Week’s balance: Economy sees growth, Groysman vows privatization, and Gazprom fights off fines
The Ministry of Economic Development has reported growth of the national economy, Prime Minister Groysman promised to restart privatization despite the fact that a new State Property Fund chief has not yet been appointed, while Russian energy giant Gazprom easily refuted in Ukrainian courts earlier imposed obligations to pay UAH 80 million worth of fines for the violation of anti-trust legislation - these are the key economic news of the outgoing week.
In the first half of the year, the Ukrainian economy showed a 2.5% growth, as estimated by the Ministry of Economic Development and Trade of Ukraine. According to the ministry’s experts, it was increased exports, primarily of agricultural and steelmaking products, and the revival of industrial production, which contributed to the positive dynamics in the national economy. At the same time, we should not forget that the growth is only noticeable against the background of a low comparative base for the same period in 2016.
In any case, it's too early to rejoice. The economy ministry believes that in the next quarter, economic growth will be partially offset by a more restrained dynamic of the service sector.
As for industrial output, it should reach 1% compared to the same period last year, which is more than a modest result, frankly speaking. The main constraints remain the same - the ongoing military conflict in eastern Ukraine and unfavorable prices in commodity markets.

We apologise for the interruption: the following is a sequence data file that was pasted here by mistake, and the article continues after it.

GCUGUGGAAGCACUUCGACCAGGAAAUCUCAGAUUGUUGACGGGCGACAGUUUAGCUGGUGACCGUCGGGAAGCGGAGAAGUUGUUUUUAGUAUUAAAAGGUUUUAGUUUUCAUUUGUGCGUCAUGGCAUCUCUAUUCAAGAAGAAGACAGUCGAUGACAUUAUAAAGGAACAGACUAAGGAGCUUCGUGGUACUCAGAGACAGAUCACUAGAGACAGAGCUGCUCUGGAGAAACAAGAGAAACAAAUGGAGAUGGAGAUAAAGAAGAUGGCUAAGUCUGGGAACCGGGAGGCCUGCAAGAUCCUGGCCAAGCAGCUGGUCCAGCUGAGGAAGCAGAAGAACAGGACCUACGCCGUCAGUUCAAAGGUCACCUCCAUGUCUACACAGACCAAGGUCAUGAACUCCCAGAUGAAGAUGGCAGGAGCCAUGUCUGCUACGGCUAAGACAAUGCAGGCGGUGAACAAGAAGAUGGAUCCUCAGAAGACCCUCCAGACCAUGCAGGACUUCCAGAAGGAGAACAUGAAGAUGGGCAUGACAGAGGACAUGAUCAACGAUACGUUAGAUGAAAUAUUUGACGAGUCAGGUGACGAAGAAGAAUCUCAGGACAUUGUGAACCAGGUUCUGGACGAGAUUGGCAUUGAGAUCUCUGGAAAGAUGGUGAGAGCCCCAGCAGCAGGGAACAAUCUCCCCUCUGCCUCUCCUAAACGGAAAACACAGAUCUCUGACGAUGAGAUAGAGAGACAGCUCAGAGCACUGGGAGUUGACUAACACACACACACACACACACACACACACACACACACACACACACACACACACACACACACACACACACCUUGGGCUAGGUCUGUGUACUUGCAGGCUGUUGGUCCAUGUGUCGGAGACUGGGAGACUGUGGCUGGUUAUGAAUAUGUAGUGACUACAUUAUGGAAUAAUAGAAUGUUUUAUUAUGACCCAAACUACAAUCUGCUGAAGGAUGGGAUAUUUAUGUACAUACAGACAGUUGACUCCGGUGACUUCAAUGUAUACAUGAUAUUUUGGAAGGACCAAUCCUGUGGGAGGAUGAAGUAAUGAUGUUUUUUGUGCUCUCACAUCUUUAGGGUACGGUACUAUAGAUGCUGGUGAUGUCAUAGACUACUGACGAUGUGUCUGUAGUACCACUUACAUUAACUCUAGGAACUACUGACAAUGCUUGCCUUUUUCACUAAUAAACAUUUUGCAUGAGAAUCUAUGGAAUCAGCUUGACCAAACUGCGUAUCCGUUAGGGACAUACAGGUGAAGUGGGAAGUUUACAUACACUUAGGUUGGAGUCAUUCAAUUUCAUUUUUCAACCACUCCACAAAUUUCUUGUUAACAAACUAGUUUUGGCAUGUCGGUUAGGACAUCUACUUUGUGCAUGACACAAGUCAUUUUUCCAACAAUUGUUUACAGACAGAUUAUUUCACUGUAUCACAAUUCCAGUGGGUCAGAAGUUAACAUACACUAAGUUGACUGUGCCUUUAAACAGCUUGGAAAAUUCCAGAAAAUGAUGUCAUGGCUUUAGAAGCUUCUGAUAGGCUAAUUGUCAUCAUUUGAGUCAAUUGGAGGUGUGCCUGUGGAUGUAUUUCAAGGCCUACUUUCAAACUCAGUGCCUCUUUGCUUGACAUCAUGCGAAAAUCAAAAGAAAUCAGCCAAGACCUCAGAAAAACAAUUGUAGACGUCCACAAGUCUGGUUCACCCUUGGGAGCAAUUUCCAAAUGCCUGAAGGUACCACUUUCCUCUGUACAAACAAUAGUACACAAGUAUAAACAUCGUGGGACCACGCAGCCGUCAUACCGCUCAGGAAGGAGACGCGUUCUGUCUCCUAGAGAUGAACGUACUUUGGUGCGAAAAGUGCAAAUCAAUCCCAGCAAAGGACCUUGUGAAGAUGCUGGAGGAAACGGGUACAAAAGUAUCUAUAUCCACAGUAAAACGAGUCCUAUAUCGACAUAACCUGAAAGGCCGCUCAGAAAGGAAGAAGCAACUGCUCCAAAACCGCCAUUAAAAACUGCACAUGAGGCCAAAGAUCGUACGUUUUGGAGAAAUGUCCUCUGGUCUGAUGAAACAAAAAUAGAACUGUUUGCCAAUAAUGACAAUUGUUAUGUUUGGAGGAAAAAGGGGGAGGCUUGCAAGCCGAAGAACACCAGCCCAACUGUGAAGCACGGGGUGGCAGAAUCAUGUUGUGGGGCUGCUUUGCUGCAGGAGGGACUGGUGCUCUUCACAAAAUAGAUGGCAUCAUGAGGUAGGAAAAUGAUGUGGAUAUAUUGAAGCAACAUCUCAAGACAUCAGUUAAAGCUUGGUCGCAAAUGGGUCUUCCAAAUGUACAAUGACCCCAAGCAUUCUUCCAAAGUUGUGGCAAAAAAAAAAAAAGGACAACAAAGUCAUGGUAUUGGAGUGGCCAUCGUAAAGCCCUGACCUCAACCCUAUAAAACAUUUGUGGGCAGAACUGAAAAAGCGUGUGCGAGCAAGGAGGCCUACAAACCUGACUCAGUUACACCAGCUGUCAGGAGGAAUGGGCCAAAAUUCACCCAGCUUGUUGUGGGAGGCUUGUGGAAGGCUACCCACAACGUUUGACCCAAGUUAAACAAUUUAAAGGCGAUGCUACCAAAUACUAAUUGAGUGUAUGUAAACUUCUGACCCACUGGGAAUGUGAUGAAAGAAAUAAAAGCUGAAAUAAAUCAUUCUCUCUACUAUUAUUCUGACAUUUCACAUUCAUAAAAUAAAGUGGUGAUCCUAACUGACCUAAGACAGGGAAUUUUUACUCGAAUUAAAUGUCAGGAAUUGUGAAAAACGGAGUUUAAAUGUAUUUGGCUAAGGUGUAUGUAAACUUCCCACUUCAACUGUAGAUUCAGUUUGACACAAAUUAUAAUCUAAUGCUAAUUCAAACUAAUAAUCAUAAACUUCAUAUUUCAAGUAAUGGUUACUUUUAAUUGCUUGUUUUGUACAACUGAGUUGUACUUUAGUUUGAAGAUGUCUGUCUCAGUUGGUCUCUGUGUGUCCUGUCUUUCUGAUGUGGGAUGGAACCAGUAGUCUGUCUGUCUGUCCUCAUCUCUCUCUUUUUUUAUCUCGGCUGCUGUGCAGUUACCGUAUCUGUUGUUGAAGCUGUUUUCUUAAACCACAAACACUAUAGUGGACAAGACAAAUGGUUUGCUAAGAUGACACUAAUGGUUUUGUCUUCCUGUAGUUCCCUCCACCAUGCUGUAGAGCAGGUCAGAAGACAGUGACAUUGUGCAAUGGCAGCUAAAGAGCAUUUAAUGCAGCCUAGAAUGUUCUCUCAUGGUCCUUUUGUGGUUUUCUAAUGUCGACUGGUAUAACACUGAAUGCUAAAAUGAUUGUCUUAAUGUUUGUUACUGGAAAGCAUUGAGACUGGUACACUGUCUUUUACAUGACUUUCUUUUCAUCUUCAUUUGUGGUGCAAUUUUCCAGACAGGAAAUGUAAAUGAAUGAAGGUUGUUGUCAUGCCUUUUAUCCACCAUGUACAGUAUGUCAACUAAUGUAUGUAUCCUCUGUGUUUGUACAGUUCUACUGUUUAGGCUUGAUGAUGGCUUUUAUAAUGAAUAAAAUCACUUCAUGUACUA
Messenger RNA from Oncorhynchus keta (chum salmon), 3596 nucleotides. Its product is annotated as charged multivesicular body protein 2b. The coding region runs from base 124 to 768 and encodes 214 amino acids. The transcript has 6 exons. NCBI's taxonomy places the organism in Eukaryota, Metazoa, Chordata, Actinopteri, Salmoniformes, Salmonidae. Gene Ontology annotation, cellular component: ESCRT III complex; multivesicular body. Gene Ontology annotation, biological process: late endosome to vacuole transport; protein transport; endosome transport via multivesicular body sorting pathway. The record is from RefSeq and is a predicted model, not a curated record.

Despite this, the results of individual industries, like food and textile production, are rather encouraging.
The state treasury has already felt the effects of the GDP growth (albeit a small one). The National Bank of Ukraine reported that the national budget in January-June 2017 was executed with a surplus of UAH 29.035 billion against a UAH 35 billion deficit in the same period last year. For Ukraine, the issue of filling up the coffers remains extremely acute, including because the country’s huge debt does not seem to be going to decrease anytime soon. The Ministry of Finance reported that the state and state-guaranteed debt of Ukraine in June 2017 increased by 0.4%, to $75.01 billion.
As for an equally important indicator, the inflation, the economy ministry hastened to reassure that, despite the accelerated price rise in June, the inflation forecast for 2017 is retained at an earlier projected at 11.2%. Although the ministry did not rule out a possible increase in consumer prices, naming risks that could lead to a noticeable increase in inflation in the coming months. The ministry says, inflation processes can be caused by a possible resumption of devaluation trends, a sharp rise in prices in the world market, as well as a more substantial and rapid transfer of production costs onto consumer prices.
Privatization: a new start
The subject of state assets sales is once again becoming the backbone of the government's PR efforts aimed at attracting investors. Prime Minister Volodymyr Groysman vows to restart as early as in autumn the process of privatization, which has been stalled in recent years for various reasons. Moreover, the fact that a new head of the State Property Fund has not been appointed yet should not become an obstacle to privatization, Groysman said.
It should be noted that the topic of privatization is on top agenda today including due to the fact that Ukraine’s key investor, the IMF, has put forward a strict condition: if privatization remains stalled, it is unlikely that the next bailout tranches will be allocated.